The products and services that are now so much a part of our lives no longer exist in isolation. Today’s connected world is filled with product and service ecosystems – from smartphones and tablets to entertainment, healthcare and financial services – that interact and share data in an increasingly complex relationship.
Connectivity creates powerful new ways to build customer relationships, but the added complexity also makes it harder to perfect the user experience. Customers now expect the same high-quality design whether they are at a resort or operating a power plant. Consumer brands were the first to grapple with this shift; now business-to-business (B2B) brands are in the hot seat as well.
Look at any customer experience in sectors like telecommunications, entertainment, health and travel, and you’ll see a dense web of people, technologies and products. Like a dance recital, individual pieces must be carefully and loosely choreographed into a cohesive whole.
User Experience, or “UX” in designer parlance, is the sum of all interactions with a brand’s products and services. It is the sequence of interactions your customers need to take to complete basic tasks. That’s why the quality and nature of the UX is one of the most valuable differentiating assets on the market. A strong UX is a natural complement to a strong brand.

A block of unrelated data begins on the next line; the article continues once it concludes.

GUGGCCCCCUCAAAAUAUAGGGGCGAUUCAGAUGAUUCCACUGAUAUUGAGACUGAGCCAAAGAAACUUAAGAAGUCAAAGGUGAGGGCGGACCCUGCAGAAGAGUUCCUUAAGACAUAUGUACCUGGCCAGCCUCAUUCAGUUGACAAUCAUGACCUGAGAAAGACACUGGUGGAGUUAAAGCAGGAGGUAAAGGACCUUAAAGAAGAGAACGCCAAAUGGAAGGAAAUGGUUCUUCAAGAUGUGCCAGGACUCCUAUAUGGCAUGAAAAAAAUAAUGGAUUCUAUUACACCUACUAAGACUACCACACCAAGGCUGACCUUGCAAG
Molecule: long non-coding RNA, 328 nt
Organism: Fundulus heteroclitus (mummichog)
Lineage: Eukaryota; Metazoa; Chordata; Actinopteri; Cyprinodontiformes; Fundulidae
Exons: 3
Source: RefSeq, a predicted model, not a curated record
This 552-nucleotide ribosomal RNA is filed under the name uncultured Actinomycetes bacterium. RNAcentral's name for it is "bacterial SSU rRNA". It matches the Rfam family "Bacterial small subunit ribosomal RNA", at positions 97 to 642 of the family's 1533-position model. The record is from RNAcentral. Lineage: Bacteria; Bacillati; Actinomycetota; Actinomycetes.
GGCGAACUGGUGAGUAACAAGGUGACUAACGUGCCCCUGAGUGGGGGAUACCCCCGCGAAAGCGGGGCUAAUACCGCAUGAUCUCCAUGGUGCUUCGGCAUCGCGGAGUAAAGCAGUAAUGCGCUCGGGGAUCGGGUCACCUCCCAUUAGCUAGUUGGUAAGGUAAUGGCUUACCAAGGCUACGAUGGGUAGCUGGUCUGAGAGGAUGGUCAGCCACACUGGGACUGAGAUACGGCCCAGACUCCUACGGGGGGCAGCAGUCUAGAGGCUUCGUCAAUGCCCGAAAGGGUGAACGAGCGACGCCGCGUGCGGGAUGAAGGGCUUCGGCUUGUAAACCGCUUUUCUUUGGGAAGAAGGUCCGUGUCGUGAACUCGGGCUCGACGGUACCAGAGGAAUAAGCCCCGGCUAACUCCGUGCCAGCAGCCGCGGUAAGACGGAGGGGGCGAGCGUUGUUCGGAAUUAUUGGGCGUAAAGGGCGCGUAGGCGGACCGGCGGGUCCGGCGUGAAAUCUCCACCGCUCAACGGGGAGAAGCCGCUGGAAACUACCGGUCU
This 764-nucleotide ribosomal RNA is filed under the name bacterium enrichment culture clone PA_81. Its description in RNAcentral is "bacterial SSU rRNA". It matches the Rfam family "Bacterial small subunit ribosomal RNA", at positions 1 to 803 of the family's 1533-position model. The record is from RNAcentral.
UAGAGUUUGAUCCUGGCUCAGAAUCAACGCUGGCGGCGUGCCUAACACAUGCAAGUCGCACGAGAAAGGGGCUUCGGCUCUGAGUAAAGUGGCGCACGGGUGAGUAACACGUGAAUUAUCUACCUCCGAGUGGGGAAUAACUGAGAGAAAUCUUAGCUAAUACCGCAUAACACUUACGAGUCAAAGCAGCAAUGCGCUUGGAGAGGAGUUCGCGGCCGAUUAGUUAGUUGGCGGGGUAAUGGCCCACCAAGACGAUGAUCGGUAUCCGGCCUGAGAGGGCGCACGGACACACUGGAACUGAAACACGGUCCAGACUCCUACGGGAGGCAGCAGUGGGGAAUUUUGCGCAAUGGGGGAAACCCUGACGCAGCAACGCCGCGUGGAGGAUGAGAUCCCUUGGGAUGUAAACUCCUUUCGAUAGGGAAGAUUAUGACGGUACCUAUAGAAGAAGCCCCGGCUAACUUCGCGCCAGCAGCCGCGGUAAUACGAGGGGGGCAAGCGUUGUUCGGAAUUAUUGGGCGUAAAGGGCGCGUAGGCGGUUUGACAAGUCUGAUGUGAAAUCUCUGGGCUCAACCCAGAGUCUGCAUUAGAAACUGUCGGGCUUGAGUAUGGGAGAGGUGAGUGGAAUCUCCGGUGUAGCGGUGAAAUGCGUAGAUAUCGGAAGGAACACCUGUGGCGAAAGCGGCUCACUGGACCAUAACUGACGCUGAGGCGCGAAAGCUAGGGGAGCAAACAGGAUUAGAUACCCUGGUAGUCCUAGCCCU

We come in contact with these UX ecosystems at many points. From our smartphones, tablets and apps to our cars and mobile banking transactions, we want those interactions to be fast, seamless and intuitive. For any brand today, the UX must stand out in a crowd – much like the impact of a striking design once did on the store shelf. These digital tools must be exciting and easy to navigate, whether you are buying shoes, booking a flight, or filing your tax returns.
That’s quite clear for consumer-oriented brands and increasingly so for B2B firms. Financial-services software must be as intuitive and elegant as the likes of Zappos and Netflix, especially for the digital-savvy generation entering the workforce.
Just a few years ago UX was the obsession of designers alone. Today more and more CEOs know they need to invest in a good UX. A well-designed UX not only sells but also makes the difference between a “just OK” product and one that is coveted by customers.
In a series of blog posts, leading voices from the Forum’s Technology Pioneers and Global Growth Companies share their views on innovation and growth. The series is part of the Technology Pioneers and Global Growth Companies Communities’ Workshops in Palo Alto, California, 27-29 June 2013.
Global Growth Companies Community
Author: Doreen Lorenzo is President of frog, USA
Image: A man uses his smart phone and computer in New York City REUTERS/Shannon Stapleton